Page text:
Moon Crumbs, Sheila Dong’s debut chapbook, is crammed full of satisfying prose poems, bloated with imagery and scenery both surreal and emotional; it’s chock full of awe for the world and anxiety about the meaning objects carry. One of the quintessential poems in this book is a good descriptor for the effect of this chap: “Dizzying.” This piece is an ode to (art) objects and their inherently dual meaning and mystery. While surreal, these dizzying images always hit the reader’s reward center because they feel inherently true. “We walked inside a drained swimming pool,” she writes, “like the surface of a new planet.” Like the drained swimming pool, Moon Crumbs is comfortingly familiar and excitingly alien, lonely but also exhilarating.
Moon Crumbs’ poems are not only centered around dizzying imagery but loaded with correlative emotional weight, often about death-related anxiety or the sadness of love and loneliness. In a poem called “Waning Gibbous” she writes, “I feel old enough to tell you: each year we pass through the date of our death unaware.” In “Surprise!,” where birthdays breed from birthdays like dividing cells, Dong writes, “When I reach the moon I am so little that I nestle comfortably into the pore of a lunar rock. So little that I wade in a ball pit of atoms. I can see the earth growing sugary towers like fine hair.” Alongside beautiful imagery there is stark loneliness, the desire to curl up apart from what we might naturally think of home, a metaphor perhaps for the isolation death might bring, or the boundaries that come with having an earthly body.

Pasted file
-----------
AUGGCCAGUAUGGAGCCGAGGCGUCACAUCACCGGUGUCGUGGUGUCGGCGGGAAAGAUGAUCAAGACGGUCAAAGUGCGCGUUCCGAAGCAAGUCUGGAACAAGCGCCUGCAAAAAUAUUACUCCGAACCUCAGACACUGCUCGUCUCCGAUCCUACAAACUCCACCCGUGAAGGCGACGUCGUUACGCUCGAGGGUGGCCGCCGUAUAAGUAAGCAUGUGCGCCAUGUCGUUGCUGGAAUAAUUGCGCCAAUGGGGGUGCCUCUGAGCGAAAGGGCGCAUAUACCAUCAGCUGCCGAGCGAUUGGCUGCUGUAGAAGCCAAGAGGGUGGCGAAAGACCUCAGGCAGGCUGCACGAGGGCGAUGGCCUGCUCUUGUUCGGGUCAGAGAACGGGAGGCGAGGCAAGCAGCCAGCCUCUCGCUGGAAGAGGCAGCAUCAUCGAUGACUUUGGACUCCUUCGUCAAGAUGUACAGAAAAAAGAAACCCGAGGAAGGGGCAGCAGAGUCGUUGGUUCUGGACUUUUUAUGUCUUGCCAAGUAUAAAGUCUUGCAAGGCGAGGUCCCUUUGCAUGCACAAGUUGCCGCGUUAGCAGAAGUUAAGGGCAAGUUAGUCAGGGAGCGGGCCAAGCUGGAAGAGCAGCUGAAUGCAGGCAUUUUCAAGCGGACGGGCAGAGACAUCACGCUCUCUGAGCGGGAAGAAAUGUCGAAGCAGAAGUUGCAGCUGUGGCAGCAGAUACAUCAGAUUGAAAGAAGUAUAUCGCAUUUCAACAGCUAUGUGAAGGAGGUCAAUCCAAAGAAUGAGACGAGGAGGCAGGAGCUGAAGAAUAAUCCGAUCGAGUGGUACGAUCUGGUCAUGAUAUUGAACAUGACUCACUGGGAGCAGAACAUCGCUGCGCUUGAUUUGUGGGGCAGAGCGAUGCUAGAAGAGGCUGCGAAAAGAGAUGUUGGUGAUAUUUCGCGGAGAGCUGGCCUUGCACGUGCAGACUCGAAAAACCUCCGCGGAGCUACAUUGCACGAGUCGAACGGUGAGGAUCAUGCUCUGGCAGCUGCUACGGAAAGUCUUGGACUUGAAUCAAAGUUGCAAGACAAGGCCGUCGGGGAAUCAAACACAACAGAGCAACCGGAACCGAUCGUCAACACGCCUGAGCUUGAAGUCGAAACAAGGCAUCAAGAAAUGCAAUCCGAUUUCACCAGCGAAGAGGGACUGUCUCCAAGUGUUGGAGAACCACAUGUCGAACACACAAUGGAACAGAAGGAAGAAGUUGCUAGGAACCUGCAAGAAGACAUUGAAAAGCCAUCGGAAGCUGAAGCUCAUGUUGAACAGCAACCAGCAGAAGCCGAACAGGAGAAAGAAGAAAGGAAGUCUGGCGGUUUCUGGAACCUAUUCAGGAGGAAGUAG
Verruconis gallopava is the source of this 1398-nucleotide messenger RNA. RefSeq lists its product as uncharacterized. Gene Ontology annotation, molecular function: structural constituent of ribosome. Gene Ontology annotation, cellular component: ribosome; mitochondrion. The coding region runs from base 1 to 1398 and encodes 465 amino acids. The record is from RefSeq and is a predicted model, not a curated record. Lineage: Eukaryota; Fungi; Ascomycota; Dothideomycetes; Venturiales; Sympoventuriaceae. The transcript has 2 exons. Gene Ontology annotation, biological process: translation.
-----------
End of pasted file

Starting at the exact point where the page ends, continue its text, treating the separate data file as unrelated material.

For Dong, each crumb of the moon is its own world. I often find that poems about using imagery from space both magnify and minimize the puzzle that is humanity; like looking through both sizes of a microscope, the reader might see something at first as large as a planet and then as small as a mite or freckle. These shifting magnifications help us see everyday mundanity from Roth IRAs to “opalescent tweezers” cast in a new shard of moonlight. In Moon Crumbs, readers are able to cup the new in our hands for a moment, only to release it back into its own exciting freedom of excess.